ANDY WARHOL "IN THE BOTTOM OF MY GARDEN", 1956
Andy Warhol is arguably the most important American artist of the 20th century. In the 1950s, he was an in-demand and celebrated illustrator working for New York's toniest publications (like Harper's Bazaar) and elegant shops (such as Bonwit Teller) in addition to many smaller independent fashion companies.
Throughout the decade, Warhol received numerous awards and accolades for his illustrations - yet he found it difficult to surpass the designation of “commercial artist”. It wasn’t until the mid-1950s when Warhol completed a successful campaign for shoe retailer Miller & Sons, that he was finally granted widespread recognition for his renderings.
"In the Bottom of My Garden" is a delightful paradigm from this era. Serving as the cover for his book by the same name, Warhol lends his signature aesthetic to realize an ethereal wonderland of fairies, cherubs, and abundant florals. The book was composed with 16 unbound lithographs with a small number of hand-colored prints.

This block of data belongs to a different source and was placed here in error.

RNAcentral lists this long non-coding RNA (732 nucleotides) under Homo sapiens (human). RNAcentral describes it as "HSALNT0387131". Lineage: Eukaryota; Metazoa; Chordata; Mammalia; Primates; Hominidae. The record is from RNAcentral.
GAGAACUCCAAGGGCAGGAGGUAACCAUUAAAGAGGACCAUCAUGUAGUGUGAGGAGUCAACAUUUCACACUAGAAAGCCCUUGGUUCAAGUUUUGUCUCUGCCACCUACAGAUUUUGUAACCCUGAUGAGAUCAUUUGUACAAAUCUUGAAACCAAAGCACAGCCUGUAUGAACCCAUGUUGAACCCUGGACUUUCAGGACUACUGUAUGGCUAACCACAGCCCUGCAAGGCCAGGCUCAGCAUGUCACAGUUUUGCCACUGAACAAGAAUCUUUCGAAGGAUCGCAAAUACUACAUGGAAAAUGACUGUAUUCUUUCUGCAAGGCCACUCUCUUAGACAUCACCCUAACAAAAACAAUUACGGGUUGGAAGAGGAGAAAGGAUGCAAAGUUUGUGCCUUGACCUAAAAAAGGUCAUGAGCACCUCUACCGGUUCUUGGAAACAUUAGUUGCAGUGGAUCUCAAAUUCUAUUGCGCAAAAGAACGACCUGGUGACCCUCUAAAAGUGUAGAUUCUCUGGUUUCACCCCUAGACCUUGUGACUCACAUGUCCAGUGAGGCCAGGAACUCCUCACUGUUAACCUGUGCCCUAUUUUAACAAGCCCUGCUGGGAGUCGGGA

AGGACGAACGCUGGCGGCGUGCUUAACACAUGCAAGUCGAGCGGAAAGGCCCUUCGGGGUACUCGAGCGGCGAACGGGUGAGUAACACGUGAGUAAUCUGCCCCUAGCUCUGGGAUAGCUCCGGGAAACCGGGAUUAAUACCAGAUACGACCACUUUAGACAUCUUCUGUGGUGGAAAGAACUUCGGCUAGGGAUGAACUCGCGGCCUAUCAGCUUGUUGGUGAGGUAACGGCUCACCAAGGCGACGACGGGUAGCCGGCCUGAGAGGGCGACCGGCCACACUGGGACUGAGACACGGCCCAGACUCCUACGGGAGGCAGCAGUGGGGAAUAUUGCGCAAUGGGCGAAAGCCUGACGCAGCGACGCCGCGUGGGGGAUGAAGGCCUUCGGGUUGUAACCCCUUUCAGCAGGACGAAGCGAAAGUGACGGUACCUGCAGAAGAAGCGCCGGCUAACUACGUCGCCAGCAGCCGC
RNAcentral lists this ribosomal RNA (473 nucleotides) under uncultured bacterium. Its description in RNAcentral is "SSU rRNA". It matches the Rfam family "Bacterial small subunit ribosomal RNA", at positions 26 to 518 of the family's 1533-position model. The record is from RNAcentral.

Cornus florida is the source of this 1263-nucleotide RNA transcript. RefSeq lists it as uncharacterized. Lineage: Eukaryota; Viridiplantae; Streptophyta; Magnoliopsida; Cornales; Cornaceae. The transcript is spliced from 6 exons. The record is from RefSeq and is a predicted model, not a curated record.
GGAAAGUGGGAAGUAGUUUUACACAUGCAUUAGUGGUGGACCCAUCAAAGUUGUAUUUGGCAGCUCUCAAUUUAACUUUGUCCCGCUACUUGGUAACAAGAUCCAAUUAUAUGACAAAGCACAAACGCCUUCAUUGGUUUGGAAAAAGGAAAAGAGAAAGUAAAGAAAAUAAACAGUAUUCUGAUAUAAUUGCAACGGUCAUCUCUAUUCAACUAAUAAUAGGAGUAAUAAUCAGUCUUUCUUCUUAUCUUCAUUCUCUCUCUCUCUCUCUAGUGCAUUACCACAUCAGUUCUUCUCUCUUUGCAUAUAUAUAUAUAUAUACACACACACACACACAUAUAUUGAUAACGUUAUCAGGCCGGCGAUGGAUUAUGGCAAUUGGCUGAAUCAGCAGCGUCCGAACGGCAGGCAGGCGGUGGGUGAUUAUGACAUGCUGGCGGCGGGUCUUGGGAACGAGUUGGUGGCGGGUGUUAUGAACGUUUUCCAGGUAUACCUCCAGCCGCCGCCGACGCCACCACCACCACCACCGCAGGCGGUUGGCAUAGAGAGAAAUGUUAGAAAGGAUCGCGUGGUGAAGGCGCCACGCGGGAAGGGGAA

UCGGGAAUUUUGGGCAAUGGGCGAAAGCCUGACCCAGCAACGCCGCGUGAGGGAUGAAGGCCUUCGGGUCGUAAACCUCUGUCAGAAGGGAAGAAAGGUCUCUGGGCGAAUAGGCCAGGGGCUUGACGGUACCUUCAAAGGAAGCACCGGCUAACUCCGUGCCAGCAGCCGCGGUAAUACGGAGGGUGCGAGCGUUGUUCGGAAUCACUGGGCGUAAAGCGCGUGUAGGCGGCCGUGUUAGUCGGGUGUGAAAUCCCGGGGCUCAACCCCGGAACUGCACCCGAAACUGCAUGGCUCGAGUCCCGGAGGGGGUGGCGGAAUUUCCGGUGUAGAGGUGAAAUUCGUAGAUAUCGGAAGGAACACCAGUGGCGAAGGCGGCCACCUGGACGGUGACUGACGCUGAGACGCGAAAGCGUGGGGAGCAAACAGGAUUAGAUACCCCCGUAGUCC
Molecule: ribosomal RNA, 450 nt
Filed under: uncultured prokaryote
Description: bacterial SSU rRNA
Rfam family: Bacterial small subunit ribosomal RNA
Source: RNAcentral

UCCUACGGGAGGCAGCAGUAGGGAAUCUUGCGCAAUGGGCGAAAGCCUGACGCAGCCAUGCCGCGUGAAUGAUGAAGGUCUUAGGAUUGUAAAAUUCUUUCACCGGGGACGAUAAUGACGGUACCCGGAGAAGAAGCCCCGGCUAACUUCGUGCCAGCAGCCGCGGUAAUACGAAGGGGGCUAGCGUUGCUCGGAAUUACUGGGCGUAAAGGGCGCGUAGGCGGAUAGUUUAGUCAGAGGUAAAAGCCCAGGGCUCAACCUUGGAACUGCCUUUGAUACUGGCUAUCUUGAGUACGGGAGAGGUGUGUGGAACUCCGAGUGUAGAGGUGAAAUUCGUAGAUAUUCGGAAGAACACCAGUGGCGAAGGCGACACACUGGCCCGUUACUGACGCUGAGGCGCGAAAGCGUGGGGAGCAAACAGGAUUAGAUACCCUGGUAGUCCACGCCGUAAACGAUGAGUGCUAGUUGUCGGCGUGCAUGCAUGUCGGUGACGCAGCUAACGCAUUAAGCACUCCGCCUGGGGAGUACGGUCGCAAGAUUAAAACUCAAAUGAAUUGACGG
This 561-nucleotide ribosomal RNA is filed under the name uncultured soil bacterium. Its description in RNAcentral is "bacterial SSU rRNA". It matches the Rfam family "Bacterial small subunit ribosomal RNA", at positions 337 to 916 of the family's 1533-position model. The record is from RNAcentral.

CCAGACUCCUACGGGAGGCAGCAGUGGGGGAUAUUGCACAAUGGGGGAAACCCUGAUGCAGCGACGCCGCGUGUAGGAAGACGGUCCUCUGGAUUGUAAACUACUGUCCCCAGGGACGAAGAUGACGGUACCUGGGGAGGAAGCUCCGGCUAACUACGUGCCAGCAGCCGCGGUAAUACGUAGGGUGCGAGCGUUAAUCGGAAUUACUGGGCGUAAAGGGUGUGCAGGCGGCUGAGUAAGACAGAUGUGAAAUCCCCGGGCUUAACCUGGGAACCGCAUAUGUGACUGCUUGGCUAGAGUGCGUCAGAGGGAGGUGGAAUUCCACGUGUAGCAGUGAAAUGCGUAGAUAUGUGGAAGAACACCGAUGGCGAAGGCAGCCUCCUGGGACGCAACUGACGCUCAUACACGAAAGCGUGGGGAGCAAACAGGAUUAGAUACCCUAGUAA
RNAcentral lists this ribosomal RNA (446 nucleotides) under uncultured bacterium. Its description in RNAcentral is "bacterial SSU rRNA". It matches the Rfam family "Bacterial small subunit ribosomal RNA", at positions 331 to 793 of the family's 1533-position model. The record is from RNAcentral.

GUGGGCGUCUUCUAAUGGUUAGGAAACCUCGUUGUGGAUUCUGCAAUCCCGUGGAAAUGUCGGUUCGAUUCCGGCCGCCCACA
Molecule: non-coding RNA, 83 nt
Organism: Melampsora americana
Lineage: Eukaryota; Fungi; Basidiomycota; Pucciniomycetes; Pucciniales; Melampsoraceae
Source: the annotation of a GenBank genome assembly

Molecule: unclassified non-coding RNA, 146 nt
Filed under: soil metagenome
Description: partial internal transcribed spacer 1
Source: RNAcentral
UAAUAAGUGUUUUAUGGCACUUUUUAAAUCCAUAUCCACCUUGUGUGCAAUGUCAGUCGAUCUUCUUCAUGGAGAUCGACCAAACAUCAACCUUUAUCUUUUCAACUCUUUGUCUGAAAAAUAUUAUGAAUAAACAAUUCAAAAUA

Warhol was keen on bookmaking during this time, publishing a handful of elegant and whimsical (and mildly erotic) narratives that often took on his wry sense of humor. Warhol would create lithographs and then he would hand-color important or key pages that appeared in the finished books. It is during the 1950s, we encounter the artist's early investigation of repetition as he reimagines his subjects on each page. This element would go on to become one of Warhol's most important and recognizable motifs.
This playful example serves as both a glimpse into Warhol's vast imagination and a striking look at his commercial background. Perhaps this early exposure to mass commercialization increased Warhol's draw toward universal cultural archetypes, making this piece a marvelous precursor to Pop Art.
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Cover, from "In the Bottom of My Garden”
Offset lithograph and watercolor on paper
8.5"H 11"W (work)
17.5"H 19.75"W (framed)
Framed with museum glass
Very good condition.
Note: work has been cleaned by our paper conservator however consistent mild toning remains.
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